The New Yorker
A broad coalition of South African organizations, including COSATU, has called for mass demonstrations against President Obama's visit to Johannesburg. Coalition is in opposition to the University of Johannesburg plan to award Obama with an honorary doctorate for his contributions to the international community. Among the coalition demands are freedom for Bradley Manning, support for the Cuban Five, and the closing of Guantanamo.
President Obama's Climate Action Plan aims to reduce carbon emissions; prepare the U.S. for the impacts of climate change; and lead international efforts to fight climate change and prepare for its impacts. Bill McKibben, 350.og co-founder, responded to the talk positively, stating: "It's awfully good to see the president starting to move forward on climate action--after the hottest year in American history."
Tuesday marked the 75th anniversary of the Fair Labor Standards Act, which ended some of the worst abuses of American workers by establishing the 40-hour work week, restricting child labor, setting a minimum wage and requiring overtime pay for hours worked beyond 40 in a given week. When will home care workers receive these most basic labor protections?
Foreign Policy in Focus
The United States is now a direct participant in the war to bring down the Damascus regime, thus shedding any possibility that, along with Russia, it could act as a neutral force to bring the parties together.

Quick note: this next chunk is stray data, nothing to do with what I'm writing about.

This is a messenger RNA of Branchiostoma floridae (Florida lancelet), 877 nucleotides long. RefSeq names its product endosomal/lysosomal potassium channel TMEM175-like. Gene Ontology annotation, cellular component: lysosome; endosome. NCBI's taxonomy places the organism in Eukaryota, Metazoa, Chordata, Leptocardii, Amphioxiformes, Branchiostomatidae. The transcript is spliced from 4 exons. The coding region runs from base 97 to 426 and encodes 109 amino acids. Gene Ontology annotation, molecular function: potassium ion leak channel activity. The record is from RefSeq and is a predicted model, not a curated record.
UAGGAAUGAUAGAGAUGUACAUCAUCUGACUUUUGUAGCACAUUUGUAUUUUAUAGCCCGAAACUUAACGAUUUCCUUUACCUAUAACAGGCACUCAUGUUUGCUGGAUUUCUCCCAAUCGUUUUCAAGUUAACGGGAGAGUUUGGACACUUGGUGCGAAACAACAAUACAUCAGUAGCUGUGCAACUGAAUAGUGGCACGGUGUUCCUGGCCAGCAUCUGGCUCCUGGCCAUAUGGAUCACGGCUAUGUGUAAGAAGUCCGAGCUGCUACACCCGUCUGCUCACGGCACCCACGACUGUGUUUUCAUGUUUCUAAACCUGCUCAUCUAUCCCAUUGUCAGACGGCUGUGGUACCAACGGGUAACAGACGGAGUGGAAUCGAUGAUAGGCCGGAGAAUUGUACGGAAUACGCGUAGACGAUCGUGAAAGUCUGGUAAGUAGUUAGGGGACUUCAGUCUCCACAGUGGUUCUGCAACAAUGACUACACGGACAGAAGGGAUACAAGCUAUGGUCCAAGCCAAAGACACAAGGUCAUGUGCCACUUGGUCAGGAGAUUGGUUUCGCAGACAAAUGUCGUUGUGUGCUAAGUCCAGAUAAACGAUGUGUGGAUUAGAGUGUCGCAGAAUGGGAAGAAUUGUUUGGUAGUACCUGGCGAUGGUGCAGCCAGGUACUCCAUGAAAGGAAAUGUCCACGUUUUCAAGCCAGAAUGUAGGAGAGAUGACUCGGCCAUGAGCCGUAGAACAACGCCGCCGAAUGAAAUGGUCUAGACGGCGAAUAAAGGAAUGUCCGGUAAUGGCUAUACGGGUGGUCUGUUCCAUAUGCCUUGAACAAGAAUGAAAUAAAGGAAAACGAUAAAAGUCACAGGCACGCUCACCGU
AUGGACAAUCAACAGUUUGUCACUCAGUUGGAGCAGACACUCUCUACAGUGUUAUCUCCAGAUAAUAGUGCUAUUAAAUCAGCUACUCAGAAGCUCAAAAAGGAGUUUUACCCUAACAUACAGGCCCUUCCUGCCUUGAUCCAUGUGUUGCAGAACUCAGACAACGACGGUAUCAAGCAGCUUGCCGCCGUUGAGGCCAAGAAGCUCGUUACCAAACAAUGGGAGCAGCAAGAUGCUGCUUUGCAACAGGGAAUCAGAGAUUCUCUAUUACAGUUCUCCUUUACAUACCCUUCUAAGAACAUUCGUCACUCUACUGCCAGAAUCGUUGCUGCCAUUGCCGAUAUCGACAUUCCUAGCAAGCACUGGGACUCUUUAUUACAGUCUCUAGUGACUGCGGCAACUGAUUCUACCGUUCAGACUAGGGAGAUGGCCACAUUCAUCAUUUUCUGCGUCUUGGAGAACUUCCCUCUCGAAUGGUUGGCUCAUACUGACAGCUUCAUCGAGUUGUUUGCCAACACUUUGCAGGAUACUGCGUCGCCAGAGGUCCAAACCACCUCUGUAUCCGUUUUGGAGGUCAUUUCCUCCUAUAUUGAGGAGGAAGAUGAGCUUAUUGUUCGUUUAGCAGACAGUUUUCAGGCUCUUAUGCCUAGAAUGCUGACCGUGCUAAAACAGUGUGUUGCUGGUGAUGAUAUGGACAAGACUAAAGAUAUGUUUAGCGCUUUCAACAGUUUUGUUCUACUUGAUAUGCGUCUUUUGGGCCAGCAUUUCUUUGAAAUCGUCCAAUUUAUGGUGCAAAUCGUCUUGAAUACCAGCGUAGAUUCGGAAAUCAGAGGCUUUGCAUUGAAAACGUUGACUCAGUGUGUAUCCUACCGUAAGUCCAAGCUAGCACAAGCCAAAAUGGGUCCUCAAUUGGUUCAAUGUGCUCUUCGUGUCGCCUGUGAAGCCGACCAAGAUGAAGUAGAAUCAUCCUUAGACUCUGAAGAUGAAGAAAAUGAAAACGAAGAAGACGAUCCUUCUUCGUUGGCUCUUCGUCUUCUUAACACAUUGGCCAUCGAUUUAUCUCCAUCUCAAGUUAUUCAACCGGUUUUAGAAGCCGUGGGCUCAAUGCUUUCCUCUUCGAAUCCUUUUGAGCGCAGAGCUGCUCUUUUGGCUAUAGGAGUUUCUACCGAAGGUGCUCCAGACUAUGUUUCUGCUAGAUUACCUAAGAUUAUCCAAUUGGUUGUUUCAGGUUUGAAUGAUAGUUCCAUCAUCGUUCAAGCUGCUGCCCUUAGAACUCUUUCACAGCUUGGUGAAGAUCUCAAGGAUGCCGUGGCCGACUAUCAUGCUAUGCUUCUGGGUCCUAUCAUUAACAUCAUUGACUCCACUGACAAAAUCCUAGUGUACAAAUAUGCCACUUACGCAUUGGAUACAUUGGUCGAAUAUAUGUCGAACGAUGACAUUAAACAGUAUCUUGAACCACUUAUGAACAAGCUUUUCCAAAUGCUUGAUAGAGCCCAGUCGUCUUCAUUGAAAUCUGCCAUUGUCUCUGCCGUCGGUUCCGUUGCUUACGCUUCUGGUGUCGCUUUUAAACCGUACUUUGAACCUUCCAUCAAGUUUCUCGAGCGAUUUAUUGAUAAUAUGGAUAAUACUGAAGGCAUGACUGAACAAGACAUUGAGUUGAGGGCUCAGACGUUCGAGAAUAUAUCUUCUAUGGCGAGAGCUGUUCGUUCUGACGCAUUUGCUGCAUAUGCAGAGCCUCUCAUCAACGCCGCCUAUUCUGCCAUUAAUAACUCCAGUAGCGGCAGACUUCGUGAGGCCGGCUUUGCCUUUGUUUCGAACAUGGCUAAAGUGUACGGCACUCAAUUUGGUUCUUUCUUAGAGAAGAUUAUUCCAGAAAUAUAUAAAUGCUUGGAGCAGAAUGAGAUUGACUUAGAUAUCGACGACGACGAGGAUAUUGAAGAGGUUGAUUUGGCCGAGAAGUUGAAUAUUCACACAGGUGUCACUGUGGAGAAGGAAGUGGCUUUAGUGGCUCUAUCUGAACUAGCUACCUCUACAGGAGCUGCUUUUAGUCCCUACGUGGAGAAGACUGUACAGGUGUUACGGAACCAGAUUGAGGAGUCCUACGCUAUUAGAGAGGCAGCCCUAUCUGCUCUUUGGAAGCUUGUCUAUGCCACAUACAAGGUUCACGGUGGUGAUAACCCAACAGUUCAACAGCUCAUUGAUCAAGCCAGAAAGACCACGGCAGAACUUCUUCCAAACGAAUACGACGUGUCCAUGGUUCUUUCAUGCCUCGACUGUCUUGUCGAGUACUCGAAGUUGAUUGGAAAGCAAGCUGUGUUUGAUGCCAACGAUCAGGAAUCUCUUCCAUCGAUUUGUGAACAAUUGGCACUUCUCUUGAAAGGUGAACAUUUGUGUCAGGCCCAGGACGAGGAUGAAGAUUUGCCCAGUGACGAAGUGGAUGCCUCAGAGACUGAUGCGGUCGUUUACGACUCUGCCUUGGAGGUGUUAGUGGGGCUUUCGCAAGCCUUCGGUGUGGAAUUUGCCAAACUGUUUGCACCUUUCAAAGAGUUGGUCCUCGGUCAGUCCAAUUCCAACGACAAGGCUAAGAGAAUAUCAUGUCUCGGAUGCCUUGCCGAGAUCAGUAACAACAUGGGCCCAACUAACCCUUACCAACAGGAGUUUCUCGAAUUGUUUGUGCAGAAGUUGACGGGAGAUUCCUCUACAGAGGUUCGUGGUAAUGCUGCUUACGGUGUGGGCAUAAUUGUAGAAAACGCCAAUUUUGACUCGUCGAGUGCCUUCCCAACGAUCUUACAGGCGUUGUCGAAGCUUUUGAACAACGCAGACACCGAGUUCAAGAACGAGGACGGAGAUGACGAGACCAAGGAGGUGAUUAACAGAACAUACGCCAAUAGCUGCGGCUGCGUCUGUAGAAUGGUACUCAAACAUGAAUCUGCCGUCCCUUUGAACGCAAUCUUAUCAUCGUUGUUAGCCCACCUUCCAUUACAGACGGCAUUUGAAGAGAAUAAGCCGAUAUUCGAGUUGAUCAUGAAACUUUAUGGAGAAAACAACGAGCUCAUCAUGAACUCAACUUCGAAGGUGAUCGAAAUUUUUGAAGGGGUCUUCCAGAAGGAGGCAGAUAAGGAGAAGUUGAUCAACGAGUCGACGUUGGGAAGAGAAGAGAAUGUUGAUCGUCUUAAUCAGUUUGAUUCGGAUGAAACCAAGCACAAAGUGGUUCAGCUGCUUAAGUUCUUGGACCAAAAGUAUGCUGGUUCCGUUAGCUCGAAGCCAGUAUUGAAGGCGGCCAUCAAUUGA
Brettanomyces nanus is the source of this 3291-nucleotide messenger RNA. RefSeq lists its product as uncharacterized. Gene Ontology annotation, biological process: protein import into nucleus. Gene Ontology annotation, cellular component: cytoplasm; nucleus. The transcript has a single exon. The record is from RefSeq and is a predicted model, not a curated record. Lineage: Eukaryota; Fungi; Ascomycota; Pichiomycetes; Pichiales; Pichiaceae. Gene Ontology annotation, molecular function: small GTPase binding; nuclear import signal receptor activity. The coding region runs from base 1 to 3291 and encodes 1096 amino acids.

Nobel Women's Initiative
The Guardian (UK)
The Government is collecting phone records for millions and millions of Americans under the PATRIOT Act. It's an outrage: The Guardian has obtained long sought-after evidence of the extent of ongoing spying on Americans under the PATRIOT Act -- and it's as bad as we'd worried. The NSA is currently collecting the telephone records of millions of US customers of Verizon, one of America's largest telecoms providers, under a top secret court order issued in April.
Crain's New York Business
Verizon Communications has responded to an explosive report that outlines the telecommunications giant's role in an ongoing domestic spying program. The response, in a memo to employees, seems aimed at containing a public relations disaster. The wording, however, has to adhere to restrictions, imposed on Verizon by the secret court, not to disclose that the company was ordered to hand over phone logs to the FBI and the National Security Agency.
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